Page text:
An app to curb cyberbullying
An encouraging report appeared in newspapers in February: Meaidaibahun Majaw, a fourth-grade student from Shillong, has developed a prototype app against cyberbullying, which allows a victim to report such incidents anonymously.
What made a nine-year-old think of such an app? The answer is a little worrisome and takes you to the corridors of schools where children should feel safe.
Bullying is when someone teases you relentlessly, talks against you, sends you hate messages and gangs up against you, isolating you. Much of this goes on in schools. Now, with the prevalence of Internet usage, this bullying has mutated into online bullying.
Unlike the usual bullying where you could run home to protect yourself or change your school, online bullying follows you everywhere. This type of bullying, where digital technology is used to bully, is called cyberbullying.
What can students do if they are being bullied?
Common sense advice is to ignore the bullying. Bullies are generally attention seekers and ignoring them will stop them. However, if you are the student being bullied, it is not so easy. Another way is to tell adults, but the consequences may not be what you are hoping for. You should immediately block the perpetrator on social media. All social media platforms have this feature and children know these tricks better than adults. You could also change your email ID or phone number if possible.
If you or your parents charge the perpetrator, he or she may try to prove their innocence by deleting all messages and images from their own device. They could use temporary posts such as Snapchat to protect themselves. Be canny. Take a screenshot of the post as a record to back up whatever you are alleging. Record your call if it is done over the phone.
Children should avoid putting their whole life online. Avoid posting pictures of yourself. Your DP can be a symbol. Don’t post anything that can get you bullied. Be aware of this phenomenon and avoid doing anything online that may result in being bullied. Do not talk to strangers online.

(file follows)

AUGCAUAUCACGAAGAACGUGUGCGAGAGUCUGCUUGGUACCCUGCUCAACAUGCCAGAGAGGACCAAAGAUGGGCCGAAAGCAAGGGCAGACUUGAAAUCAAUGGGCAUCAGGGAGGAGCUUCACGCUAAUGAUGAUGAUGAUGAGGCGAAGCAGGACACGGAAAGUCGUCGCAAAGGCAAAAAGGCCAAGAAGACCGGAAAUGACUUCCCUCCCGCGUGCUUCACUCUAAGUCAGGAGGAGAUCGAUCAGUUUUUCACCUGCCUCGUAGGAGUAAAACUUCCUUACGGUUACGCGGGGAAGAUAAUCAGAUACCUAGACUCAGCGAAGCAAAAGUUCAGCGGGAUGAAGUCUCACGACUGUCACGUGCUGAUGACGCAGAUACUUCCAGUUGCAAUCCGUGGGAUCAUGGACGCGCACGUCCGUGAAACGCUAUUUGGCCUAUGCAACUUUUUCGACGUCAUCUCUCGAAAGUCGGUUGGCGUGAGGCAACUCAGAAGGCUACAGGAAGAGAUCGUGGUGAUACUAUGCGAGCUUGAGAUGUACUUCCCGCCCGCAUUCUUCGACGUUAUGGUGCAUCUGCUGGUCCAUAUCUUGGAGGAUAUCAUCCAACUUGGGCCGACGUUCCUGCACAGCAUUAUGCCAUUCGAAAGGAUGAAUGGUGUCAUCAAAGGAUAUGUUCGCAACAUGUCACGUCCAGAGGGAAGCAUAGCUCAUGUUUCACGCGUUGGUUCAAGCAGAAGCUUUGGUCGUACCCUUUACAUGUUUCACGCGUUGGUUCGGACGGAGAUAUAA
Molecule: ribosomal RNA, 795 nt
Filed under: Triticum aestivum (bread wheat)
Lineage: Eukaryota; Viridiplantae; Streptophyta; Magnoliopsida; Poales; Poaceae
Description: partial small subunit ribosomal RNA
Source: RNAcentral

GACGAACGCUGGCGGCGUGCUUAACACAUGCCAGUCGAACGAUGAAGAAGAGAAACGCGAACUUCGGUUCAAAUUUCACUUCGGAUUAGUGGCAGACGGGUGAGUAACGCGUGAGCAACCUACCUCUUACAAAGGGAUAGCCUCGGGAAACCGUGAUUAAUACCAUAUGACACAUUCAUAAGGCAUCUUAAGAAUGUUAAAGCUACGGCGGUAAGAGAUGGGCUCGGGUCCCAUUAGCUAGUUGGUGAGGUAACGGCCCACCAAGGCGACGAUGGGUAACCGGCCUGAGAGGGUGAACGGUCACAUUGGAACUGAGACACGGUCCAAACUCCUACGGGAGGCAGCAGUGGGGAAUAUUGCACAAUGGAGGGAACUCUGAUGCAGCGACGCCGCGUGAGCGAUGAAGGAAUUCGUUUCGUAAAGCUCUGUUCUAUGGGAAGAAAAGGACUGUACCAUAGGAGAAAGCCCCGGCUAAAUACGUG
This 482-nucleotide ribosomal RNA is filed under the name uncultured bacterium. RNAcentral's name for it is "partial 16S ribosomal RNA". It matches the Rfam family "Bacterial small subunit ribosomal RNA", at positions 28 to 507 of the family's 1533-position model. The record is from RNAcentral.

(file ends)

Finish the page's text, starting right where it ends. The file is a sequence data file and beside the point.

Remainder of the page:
Teachers can create an atmosphere of trust where students find it easy to report any online abuse. Teach children about cyberbullying and how to identify it. Create an environment of respect and tolerance in the classroom. Incorporate the Internet and social media into lesson plans and teach children online etiquette.
Parents can monitor what their child is doing online and confiscate the mobile if he or she is caught mistreating others online. They can teach children to use technology responsibly. They can be sensitive to the way their child is behaving and detect the early symptoms of their child becoming a victim.
As a society we endorse bullying. How else can you explain that despite there being evidence of cyberbullying there are no laws in place to combat it? Even globally, not all countries have laws against cyberbullying. However, there are laws against harassment, laws against possessing child pornography images, laws against making death threats, and each or all these laws can be used against cyberbullies.
ReThink is an app that is available for both iOS and Android which tries to stop cyberbullying before it starts. It is an award-winning app curated by a 17-year-old teenager named Trisha Prabhu whose anger at the suicide of an 11-year-old victim of cyberbullying resulted in this app. ReThink works with every app that uses a keyboard — text messages, emails, social media, and its target is the would-be perpetrator of cyberbullying. Get your children, pre-teens, and teens on ReThink so that they can learn to make the right decisions online and offline.
ReThink is a “behavioural science-based” nudge or brake for impulsive behaviour. ReThink detects offensive and hurtful content in real-time before it is posted and prompts the user to reconsider posting the message. It has been found that with this pause, 93 per cent of teenagers refrain from sending off the hateful message. Visit https://bit.ly/3kCwLBq to learn more.
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